We get it. For the uninitiated, getting started in paddlesports can be intimidating. But it doesn’t have to be. In order to help more people get started, and take the mystery out of so many aspects of canoeing and kayaking, our friends over at HobbyHelp.com spent a month putting together “The Ultimate Beginner’s Guide to Kayaking.”
A Brief History
First created for hunting by the Inuit tribe of the Arctic North American region approximately 5,000 years ago, there were initially two distinct types of kayaks: those made from driftwood and those made from animal skins stretched over whalebone frames.
Kayaks—otherwise known as “hunter’s boats”—were later covered in fabric by European settlers. Years later, in the 1950s, fiberglass was used to create the resourceful vessels. And in the 1980s, the very first plastic kayak was born.
Currently, the majority of kayaks are made from lightweight, durable polyethylene plastic.
Kayaking as we know it today first became popular back in 1845, thanks to sportsman and inventor John MacGregor. In 1936, kayaking became an Olympic sport. Today the activity is used for both leisure and competitive pursuits, and continues to grow in popularity.
Types of Kayaks
You may choose to rent a kayak from a local shop for your first few times on the water. When it’s time to buy, there are two basic recreational kayak types to choose from:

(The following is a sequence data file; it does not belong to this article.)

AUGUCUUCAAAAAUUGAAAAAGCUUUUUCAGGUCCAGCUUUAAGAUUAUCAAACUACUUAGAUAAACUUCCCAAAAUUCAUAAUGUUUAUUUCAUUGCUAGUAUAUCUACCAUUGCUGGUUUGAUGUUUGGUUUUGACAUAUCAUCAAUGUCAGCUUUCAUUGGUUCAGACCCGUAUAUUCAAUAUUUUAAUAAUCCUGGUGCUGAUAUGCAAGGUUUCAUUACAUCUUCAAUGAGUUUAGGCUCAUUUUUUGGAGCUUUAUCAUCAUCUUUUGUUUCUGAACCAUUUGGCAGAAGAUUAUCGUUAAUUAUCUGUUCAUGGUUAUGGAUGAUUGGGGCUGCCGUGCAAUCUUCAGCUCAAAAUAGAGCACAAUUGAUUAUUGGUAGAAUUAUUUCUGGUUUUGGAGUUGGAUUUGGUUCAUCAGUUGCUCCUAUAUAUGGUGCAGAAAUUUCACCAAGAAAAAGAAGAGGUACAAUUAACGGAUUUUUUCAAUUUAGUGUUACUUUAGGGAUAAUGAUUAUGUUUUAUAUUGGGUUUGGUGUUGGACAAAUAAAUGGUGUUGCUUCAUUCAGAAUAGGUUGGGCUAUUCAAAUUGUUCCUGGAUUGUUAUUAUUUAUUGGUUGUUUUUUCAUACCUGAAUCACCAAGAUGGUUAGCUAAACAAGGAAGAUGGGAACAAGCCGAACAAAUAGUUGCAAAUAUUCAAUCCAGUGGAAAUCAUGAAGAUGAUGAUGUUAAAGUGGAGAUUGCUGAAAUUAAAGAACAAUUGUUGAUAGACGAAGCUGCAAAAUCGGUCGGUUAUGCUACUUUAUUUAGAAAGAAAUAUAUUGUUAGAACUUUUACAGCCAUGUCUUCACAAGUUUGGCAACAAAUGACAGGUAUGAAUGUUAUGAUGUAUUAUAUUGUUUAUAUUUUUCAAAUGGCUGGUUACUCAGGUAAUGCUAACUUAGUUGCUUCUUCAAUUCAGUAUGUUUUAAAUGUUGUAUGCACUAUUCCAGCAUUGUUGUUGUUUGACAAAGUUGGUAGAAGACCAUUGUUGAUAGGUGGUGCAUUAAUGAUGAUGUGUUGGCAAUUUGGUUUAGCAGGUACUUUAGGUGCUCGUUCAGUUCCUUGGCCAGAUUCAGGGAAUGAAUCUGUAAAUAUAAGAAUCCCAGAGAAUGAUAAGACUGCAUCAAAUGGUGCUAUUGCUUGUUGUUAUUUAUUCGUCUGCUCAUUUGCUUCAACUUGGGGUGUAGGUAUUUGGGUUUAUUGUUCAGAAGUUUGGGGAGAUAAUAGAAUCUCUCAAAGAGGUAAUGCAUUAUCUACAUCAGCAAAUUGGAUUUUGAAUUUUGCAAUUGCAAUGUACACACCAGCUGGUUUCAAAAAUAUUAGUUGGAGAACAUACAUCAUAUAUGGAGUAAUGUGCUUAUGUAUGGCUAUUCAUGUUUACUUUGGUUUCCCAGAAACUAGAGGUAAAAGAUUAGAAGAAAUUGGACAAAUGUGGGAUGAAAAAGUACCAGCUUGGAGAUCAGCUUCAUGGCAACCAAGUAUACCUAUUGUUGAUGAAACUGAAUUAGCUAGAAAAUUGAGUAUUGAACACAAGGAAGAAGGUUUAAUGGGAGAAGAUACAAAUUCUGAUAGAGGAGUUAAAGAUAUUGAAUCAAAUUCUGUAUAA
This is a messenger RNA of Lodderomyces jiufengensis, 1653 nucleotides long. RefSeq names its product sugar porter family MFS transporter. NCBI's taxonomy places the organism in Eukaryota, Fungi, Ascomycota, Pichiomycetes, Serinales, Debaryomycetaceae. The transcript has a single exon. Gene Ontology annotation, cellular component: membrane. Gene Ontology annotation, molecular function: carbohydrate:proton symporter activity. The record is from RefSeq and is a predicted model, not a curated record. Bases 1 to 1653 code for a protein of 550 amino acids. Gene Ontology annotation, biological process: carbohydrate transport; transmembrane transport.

Used for recreational purposes on calm waters, this type of vessel is easy to get on and off of. Sit-on-tops are ideal for warmer climates (plan to get wet), and they have adequate space for possessions. The downside? They tend to be heavier than sit-in versions.
This fast-moving option is perfect for cooler climates. Offering plenty of storage space and better control than sit-on-top versions, sit-in kayaks are ideal for choppy waters and long-distance kayaking. Sit-in kayakers must learn how to maneuver a wet exit.
Whether you opt for a sit-on-top or sit-in kayak, you’ll most-likely want to start with a recreational vessel.
Day Touring Kayaks
These sit-in boats track straight and are markedly more efficient than their recreational competitors. While they’re often more expensive, day touring kayaks are easier to control and transport.
Ideal for long distances, these efficient boats track straight and offer plenty of storage space, though they come with a hefty price tag.
This space saving option fits into small spaces, yet provide a fun and efficient kayaking experience. Choose from recreational models or more rugged options.
Perfect for apartment dwellers and others short on space, folding kayaks handle well and fold for easy storage.
If you’re a fisherman at heart, you may opt for a sit-on-top fishing kayak. The vessel will even hold your rods.
Instead of splurging on two kayaks for you and your significant other or child, opt for a tandem kayak. Because these boats are made for pairs, this option is best if you never plan to go solo.
Kayaks and Canoes: Similarities and Differences
Sure, kayaks and canoes look a lot alike, but there are many more differences than similarities among the two.
The proof is in the paddles. Kayak paddles are longer and have two blades, while canoe paddles only have one.
Canoeists sit on a built-in seat or kneel on the canoe floor, while kayakers sit in a cockpit or on top of the vessel. The construction is also different, as canoes generally have an open deck.
To read the full article on how to get started in paddling, surf on over to Hobby Help…
(Photos courtesy of Hobby Help, Jo Branson)